World Coins

Last gasp of Roman empire includes coins of Majorian

A circa 458 to 461 gold solidus of Majorian highlights Editions Victor Gadoury’s Nov. 14 auction in Monaco. The coin was issued during the Roman Empire’s late history by a ruler who eventually was murdered.

Coin images courtesy of Editions Victor Gadoury.

By the time that Giulio Valerio Majorian came to power in A.D. 457, the Roman Empire was on its last legs.

Though the empire would soon crumble, Majorian, the Western Roman emperor, did his utmost to alter its already scripted fate. 

A gold solidus of Majorian, issued circa 458 to 461, highlights Editions Victor Gadoury’s Nov. 14 auction in Monaco.

The solidus was struck at Arelate, what is modern-day Arles, France. Arelate was a center of engineering ingenuity and success that belied the troubled empire’s fortunes. 

Majorian was born into nobility, and was a skilled military commander under several other rulers before coming to power in 457 by deposing his predecessor, Avitus. Majorian issued a series of edicts aimed to regulate the public administration and the protection of the monuments of Rome.

His political program also included the consolidation of his power in Italy, and then the reconquest of lost territories such as Gaul, Hispania, and Africa that fell into the hands of the Vandals 20 years before.

After a series of initial successes, his intentions were discouraged by the treachery of some members of the army corrupted by the Vandals and because of hostility from some aristocrats and from Ricimer, a former friend in the army, who saw in his actions an obstacle to their interests.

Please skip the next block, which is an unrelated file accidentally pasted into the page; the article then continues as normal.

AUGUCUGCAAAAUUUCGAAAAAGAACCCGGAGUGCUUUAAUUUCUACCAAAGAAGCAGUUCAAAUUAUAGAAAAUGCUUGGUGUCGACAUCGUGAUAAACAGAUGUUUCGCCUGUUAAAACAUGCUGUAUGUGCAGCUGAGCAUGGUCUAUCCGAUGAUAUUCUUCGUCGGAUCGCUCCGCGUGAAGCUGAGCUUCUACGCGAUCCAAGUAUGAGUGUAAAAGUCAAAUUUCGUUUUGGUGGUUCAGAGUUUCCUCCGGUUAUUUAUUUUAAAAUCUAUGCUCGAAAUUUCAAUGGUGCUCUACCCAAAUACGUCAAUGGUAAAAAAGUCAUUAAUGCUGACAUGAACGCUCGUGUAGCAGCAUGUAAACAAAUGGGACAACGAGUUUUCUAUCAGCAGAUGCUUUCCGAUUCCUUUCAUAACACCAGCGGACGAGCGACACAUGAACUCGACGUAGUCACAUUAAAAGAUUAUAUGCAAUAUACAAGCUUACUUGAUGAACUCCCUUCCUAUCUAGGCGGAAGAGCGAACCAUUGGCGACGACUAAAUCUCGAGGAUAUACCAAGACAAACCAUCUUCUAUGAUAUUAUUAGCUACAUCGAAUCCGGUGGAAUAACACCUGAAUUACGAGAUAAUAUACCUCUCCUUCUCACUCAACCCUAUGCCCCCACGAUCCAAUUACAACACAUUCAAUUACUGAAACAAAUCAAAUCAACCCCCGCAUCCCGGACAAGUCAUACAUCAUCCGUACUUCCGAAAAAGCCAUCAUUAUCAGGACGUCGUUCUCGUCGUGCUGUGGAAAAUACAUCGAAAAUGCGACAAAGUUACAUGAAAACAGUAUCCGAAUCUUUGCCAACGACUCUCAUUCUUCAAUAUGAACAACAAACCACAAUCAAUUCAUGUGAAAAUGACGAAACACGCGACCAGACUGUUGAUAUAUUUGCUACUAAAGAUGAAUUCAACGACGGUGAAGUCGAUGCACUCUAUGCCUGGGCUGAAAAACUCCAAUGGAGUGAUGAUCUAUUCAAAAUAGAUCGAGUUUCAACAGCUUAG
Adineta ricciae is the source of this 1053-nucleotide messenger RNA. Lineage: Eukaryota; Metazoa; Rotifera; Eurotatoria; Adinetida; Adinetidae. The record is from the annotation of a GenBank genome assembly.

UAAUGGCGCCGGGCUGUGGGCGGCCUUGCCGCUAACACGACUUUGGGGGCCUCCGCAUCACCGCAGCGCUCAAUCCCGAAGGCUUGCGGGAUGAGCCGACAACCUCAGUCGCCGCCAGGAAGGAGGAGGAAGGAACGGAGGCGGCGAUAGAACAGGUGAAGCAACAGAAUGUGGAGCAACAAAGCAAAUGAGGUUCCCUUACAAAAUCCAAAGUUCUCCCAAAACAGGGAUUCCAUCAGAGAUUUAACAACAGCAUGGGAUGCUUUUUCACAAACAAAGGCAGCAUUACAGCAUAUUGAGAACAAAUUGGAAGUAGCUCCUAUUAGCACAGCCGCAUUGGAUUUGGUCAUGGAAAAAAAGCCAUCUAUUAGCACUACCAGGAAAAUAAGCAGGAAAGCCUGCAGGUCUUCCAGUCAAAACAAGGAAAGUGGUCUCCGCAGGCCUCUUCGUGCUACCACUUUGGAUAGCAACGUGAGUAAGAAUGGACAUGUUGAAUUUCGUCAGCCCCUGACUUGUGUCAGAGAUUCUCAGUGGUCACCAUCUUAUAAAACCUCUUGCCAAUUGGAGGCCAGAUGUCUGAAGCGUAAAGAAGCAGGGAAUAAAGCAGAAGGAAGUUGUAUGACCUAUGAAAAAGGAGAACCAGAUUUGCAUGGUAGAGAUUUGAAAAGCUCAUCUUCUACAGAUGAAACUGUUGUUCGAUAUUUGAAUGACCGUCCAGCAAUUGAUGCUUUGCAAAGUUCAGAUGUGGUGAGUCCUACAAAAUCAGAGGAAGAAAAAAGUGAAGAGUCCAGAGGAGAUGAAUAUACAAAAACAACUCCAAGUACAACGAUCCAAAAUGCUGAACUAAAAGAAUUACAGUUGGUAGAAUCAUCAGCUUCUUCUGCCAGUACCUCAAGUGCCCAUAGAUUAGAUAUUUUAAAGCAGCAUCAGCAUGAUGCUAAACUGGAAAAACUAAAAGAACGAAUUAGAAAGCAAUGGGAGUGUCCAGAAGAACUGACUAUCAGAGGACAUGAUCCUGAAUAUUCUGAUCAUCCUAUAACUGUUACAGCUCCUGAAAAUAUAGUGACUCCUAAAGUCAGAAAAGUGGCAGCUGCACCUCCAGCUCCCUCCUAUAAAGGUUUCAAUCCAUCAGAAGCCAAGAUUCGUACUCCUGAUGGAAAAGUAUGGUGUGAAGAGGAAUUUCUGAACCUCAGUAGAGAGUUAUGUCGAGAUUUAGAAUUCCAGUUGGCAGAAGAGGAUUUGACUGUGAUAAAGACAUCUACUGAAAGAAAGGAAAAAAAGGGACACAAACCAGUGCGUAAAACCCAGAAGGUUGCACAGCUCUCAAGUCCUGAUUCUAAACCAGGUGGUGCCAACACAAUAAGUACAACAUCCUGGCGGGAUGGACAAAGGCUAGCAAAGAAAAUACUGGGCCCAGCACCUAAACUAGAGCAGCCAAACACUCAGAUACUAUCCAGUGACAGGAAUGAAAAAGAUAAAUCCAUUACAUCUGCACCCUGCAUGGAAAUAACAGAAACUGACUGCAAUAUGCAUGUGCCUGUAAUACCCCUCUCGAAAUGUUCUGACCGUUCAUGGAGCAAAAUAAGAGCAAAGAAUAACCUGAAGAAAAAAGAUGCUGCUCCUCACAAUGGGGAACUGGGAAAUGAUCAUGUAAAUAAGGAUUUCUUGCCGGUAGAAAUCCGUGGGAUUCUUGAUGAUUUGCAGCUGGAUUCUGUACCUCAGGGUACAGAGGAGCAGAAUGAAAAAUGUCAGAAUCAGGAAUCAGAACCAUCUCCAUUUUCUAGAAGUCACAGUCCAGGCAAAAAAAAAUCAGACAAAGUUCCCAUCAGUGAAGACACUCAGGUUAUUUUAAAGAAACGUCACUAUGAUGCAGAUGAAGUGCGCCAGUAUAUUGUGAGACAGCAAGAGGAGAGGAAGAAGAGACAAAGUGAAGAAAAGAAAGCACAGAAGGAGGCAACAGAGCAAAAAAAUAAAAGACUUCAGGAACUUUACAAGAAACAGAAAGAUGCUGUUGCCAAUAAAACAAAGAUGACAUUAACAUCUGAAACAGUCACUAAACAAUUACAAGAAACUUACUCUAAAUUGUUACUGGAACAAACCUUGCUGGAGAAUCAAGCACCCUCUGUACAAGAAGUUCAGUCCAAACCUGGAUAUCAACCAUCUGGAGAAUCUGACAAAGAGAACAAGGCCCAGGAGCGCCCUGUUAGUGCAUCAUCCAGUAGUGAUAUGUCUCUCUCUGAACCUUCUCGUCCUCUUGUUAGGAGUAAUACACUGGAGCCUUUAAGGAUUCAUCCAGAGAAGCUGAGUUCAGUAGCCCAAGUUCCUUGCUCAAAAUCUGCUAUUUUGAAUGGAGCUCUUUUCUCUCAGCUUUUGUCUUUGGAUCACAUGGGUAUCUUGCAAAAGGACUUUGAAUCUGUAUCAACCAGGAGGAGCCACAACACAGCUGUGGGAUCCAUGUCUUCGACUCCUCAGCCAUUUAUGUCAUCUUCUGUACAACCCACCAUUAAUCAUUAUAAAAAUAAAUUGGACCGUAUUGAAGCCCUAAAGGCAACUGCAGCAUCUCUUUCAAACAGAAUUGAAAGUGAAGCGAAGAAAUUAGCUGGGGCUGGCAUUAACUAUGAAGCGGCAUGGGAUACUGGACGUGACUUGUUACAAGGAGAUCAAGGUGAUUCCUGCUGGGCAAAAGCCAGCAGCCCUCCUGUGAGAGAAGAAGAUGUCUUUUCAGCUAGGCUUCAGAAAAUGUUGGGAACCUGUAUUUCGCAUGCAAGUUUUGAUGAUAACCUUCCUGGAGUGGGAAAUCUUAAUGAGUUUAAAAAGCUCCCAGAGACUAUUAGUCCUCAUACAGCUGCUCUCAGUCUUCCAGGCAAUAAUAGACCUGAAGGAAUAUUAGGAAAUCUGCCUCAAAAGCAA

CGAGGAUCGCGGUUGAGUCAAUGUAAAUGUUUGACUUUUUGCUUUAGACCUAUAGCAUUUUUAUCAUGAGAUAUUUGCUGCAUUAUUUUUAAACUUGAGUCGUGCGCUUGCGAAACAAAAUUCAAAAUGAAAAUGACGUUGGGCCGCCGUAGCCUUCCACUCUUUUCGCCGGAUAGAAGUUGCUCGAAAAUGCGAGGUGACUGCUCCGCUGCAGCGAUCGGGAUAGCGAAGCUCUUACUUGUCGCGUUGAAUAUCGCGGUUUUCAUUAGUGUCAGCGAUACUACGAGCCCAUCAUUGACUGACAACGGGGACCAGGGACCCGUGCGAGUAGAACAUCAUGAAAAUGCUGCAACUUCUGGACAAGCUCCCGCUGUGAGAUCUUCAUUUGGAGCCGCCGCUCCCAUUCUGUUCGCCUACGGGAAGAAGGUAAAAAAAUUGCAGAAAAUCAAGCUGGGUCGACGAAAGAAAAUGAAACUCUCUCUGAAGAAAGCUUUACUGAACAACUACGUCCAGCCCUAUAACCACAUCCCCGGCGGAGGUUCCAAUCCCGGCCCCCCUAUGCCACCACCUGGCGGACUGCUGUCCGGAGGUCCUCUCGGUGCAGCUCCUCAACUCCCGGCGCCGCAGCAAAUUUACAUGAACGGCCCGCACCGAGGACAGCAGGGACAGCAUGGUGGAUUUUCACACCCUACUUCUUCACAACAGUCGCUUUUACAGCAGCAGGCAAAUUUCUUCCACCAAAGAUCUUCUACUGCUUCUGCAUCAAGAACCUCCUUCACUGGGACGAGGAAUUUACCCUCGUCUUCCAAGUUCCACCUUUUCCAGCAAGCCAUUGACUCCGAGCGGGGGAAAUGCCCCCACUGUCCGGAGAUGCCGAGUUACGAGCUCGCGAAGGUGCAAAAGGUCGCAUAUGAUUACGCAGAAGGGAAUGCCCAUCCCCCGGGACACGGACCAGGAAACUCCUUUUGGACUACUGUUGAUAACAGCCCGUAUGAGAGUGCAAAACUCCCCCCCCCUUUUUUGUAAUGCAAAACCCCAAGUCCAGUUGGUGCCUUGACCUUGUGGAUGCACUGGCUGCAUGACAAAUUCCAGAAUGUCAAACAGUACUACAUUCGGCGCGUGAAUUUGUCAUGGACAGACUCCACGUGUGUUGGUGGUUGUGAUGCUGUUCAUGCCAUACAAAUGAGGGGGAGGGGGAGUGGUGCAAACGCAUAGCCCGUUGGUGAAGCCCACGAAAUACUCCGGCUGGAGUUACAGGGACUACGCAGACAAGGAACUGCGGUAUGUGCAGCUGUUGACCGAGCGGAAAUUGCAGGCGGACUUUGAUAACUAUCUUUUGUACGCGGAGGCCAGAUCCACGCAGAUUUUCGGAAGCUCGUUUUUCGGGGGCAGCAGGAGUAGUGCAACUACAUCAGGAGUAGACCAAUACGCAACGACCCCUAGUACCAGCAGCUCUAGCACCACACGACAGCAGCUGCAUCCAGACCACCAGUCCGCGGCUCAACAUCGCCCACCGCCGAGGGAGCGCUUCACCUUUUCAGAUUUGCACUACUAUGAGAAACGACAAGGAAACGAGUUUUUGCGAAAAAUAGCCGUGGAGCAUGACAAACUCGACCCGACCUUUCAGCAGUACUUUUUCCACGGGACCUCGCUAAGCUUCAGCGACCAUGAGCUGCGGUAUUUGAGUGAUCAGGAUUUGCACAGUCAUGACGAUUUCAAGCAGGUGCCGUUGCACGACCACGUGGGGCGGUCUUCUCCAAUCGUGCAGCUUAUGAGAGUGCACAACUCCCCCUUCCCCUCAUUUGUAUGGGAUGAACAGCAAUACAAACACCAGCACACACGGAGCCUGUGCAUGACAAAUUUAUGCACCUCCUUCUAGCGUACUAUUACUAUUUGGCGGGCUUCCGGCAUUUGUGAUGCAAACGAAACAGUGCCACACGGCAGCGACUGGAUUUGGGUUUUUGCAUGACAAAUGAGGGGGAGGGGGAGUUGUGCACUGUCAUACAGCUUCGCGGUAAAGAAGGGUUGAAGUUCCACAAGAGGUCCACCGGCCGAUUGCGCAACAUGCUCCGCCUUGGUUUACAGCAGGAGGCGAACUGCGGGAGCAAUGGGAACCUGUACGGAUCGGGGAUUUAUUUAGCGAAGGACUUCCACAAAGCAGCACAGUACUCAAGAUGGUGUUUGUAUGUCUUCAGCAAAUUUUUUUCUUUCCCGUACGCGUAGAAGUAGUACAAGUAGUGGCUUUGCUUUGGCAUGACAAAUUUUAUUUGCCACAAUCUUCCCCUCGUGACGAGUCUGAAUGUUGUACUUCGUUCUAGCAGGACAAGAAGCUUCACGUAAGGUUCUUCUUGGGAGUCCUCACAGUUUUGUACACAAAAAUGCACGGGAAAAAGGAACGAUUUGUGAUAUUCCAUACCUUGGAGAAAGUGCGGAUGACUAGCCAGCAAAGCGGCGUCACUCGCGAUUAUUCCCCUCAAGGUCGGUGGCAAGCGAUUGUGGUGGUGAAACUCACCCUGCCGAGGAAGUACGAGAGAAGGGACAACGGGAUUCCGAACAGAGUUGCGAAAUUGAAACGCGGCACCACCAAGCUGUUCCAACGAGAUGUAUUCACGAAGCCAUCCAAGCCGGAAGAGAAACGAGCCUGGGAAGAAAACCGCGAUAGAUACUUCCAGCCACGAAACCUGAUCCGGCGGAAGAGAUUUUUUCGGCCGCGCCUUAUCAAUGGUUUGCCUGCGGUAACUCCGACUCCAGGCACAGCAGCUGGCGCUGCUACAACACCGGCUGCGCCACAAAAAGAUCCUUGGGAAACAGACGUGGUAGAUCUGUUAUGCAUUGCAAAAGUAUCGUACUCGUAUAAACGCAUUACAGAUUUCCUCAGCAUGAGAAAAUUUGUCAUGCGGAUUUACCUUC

In Gaul in 458, Majorian banished the Visigoths of Teodorico II and then established an alliance with them. It was a sign of the temporary return of Roman authority in this city.

Back in Italy, however, Majorian was deposed by Ricimer, and executed on Aug. 7, 461.

Majorian appears in military uniform on the coins, with helmet, spear and shield.

Arelate, where the coin was struck, was an important port location in what is now southern France. The Roman aqueducts and mill of nearby Barbegal are technological marvels, 16 waterwheels lined up in two rows, water pouring down a slope to generate power for the milling of grain. They were in use late during the Empire, through the fourth century (the Roman Empire ended on Sept. 4, 476, according to historian Edward Gibbons).

Arelate also served as the base for Majorian’s initial military campaigns to restore Roman supremacy in territories that had been under the control of barbarous nations from Eastern Europe since before 400.

Majorian also appears on the reverse of the coin, standing with his foot on the head of a snake that has a human head, and holding in one hand a long cross and in the other a globe surmounted by Victory.

The coin is in Extremely Fine condition and has an estimate of €10,000 (about $11,469 U.S.) 

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